Access to financial services and financial education has helped youth (ages 15–24) in developing countries spend less time worrying about finances and more time in school concentrating on creating financial security for their future. People often do not consider youth, or a younger population, as needing access to financial services and tools. Youth are less likely to have stable sources of income than those over the age of 25 – making them more susceptible to major economic shocks such as family members’ deaths, medical emergencies, or loss of income sources. Access to financial services and improved financial education can help youth better prepare for their futures and avoid falling into poverty traps that have held back many in prior generations.

Youth Population

Age 15-24 by Country
The most common reason young adults in Uganda, Kenya, and Tanzania cite for not using mobile money is they do not have enough money to make transactions.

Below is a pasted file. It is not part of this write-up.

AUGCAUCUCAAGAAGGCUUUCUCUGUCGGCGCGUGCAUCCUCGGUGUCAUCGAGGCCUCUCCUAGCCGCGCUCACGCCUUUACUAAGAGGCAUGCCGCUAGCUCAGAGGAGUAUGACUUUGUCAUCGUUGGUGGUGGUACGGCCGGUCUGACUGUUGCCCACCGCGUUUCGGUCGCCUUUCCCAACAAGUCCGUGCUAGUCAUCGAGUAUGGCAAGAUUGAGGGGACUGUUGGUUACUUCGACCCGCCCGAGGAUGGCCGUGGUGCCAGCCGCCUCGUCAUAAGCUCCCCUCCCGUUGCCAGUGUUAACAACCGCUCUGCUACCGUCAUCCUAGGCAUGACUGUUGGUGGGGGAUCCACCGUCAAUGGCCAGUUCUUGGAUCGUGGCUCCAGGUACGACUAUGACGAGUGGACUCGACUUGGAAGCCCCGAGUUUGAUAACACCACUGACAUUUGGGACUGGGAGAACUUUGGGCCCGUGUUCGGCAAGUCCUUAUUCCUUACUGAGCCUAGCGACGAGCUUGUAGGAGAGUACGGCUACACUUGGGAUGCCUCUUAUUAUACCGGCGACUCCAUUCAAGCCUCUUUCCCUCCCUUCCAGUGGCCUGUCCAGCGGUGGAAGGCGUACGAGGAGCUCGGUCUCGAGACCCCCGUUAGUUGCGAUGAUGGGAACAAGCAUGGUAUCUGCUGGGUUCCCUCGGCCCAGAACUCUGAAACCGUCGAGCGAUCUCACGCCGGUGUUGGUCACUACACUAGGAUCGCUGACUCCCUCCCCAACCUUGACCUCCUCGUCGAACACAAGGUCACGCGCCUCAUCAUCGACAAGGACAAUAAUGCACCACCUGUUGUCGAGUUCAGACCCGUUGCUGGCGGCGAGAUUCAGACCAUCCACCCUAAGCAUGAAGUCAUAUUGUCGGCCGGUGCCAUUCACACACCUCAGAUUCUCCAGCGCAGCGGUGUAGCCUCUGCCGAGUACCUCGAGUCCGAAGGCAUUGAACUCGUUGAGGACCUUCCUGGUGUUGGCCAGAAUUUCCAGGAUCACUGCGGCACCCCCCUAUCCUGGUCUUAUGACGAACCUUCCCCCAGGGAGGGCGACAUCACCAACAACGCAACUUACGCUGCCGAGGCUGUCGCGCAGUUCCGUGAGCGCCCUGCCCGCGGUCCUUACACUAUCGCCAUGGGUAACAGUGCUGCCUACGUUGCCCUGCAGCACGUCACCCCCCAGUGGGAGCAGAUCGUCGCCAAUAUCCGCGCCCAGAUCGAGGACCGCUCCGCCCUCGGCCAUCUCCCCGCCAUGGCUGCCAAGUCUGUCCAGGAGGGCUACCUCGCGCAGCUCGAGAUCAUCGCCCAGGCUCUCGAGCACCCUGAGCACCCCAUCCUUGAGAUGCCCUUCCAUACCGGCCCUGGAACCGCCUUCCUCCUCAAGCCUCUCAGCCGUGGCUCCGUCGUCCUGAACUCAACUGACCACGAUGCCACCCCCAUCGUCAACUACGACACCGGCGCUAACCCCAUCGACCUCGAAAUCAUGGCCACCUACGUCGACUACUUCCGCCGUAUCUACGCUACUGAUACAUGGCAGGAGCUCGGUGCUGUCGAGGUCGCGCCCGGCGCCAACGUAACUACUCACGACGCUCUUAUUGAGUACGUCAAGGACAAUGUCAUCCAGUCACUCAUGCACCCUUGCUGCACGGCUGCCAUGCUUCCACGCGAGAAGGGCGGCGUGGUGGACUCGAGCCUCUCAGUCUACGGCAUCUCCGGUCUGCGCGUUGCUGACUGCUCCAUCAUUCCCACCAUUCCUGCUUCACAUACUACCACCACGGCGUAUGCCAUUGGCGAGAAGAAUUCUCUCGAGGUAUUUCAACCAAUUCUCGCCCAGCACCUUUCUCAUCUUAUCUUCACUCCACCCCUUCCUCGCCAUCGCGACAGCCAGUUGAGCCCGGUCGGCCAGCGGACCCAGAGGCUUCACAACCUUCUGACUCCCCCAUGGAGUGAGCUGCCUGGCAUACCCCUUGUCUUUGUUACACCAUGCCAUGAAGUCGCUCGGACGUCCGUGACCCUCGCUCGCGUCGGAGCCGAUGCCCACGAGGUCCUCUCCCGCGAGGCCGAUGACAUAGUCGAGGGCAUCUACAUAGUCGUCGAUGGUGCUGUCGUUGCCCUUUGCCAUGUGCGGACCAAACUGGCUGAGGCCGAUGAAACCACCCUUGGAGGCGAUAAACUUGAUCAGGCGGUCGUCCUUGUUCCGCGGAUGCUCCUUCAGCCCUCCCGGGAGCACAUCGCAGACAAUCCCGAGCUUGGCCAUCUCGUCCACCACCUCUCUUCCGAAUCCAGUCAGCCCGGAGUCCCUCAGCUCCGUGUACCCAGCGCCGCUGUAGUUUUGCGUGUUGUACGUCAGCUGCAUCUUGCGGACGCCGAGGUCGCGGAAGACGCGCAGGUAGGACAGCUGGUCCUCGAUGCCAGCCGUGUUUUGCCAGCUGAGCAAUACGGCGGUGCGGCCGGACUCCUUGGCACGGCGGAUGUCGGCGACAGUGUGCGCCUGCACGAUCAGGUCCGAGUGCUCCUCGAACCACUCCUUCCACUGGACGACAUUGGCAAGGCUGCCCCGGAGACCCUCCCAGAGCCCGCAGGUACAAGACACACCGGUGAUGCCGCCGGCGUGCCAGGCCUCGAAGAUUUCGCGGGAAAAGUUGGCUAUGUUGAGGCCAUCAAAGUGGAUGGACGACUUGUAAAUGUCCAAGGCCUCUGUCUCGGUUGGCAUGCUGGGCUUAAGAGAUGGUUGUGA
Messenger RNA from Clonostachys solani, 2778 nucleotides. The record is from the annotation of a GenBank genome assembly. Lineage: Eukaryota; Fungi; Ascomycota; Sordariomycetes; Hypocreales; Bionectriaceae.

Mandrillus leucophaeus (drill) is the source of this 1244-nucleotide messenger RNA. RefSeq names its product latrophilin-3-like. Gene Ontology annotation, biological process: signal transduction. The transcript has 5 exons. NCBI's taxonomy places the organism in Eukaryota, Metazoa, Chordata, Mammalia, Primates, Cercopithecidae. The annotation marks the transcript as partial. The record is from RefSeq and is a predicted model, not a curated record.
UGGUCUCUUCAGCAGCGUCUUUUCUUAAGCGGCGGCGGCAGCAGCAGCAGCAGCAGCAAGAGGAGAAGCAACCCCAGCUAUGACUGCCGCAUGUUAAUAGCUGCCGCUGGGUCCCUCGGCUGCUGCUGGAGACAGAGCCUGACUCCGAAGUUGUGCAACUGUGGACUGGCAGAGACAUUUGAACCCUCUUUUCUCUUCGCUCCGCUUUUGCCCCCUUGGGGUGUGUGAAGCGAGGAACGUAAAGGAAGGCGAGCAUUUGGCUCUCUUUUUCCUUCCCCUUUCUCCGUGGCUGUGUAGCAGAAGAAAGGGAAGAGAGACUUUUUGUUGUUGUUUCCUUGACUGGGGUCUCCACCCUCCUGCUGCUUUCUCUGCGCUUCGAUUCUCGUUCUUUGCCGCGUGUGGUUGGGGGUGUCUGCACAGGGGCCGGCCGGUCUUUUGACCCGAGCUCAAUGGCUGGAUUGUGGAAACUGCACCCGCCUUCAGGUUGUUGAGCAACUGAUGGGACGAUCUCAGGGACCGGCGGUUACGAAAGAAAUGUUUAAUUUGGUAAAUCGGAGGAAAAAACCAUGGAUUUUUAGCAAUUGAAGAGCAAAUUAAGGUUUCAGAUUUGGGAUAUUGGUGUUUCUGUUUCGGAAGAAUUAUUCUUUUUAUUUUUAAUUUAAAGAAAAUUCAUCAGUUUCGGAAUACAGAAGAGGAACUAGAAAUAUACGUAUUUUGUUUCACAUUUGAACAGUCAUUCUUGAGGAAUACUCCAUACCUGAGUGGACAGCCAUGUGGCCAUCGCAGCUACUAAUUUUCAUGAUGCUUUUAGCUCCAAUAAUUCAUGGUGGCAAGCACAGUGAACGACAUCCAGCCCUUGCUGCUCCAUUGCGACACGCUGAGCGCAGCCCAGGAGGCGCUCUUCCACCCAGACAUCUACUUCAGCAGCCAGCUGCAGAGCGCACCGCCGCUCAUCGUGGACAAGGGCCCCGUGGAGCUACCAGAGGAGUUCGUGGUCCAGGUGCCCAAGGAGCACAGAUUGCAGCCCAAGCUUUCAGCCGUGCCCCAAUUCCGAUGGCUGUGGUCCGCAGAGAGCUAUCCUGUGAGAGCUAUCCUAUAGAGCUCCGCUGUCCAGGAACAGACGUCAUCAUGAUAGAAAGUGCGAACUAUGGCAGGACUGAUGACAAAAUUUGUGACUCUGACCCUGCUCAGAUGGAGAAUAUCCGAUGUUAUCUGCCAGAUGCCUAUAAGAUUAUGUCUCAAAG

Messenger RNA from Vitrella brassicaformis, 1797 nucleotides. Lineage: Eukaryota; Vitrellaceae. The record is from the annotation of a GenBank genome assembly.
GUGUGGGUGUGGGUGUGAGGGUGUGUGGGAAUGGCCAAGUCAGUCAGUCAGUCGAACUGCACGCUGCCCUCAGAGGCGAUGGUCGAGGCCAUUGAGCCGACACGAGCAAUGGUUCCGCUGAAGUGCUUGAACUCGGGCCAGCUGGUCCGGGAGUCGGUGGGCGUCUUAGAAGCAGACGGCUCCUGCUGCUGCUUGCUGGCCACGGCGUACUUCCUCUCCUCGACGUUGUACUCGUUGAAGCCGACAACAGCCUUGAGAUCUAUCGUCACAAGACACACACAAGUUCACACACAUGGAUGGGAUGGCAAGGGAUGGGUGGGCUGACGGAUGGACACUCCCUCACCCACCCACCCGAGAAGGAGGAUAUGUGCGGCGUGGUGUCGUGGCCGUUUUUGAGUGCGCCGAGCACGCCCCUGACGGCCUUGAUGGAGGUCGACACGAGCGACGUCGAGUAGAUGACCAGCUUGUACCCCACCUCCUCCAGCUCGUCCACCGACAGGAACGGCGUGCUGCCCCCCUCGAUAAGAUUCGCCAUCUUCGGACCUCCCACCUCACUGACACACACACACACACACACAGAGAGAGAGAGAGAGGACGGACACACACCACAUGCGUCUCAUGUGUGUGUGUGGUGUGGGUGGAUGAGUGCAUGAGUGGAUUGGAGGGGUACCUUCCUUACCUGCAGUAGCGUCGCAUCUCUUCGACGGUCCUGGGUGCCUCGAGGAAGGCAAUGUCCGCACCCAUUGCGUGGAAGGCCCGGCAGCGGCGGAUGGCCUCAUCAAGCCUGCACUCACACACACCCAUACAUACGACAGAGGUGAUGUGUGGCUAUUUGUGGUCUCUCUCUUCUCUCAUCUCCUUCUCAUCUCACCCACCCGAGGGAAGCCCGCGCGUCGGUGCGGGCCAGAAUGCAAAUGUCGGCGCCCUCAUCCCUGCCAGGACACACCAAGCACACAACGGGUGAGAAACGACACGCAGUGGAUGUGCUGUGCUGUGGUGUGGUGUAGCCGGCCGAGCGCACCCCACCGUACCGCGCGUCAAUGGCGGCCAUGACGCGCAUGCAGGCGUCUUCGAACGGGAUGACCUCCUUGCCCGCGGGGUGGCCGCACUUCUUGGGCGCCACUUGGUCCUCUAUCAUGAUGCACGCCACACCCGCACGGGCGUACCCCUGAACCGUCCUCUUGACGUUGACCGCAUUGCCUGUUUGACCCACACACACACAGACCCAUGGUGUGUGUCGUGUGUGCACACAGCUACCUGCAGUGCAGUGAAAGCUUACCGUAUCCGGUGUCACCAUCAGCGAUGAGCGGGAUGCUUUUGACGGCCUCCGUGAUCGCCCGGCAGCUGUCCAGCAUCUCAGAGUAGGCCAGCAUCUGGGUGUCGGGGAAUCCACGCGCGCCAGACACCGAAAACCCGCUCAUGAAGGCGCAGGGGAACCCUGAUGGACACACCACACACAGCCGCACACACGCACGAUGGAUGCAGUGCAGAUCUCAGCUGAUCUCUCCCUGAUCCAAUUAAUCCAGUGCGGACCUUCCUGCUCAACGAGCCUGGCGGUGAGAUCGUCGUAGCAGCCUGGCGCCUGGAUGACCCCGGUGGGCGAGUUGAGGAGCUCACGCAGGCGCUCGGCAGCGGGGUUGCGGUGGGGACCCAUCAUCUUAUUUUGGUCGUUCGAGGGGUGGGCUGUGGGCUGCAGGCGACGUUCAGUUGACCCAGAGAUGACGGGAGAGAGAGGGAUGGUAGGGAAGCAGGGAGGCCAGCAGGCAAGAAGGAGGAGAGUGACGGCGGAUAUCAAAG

Financial Inclusion

financial inclusion of youth
Kenya and Tanzania have the greatest proportions of youth with mobile money accounts (50% and 47%, respectively).


youth savers by country
Over half (54%) of young adults in Uganda had borrowed money in the 12 months prior to the survey, the highest percentage among FII countries.

True or false

Youth are more likely to borrow money than save money in FII countries.


Which country has the highest percentage of youth who are financially included?

India (67%)

True or false

African youth are more likely to have borrowed money in the previous year than youth in other FII regions.


Which FII country has the highest percentage of youth in their population?

Kenya (36%)

True or false

Youth are more likely to be literate, and have the ability to send/receive SMS than are those 25 years old and over


Above 30% of youth are financially literated in all FII countries.

False. (Financial literacy percentages in youth is below 30% in most of FII countries, except Bangladesh is at 32%)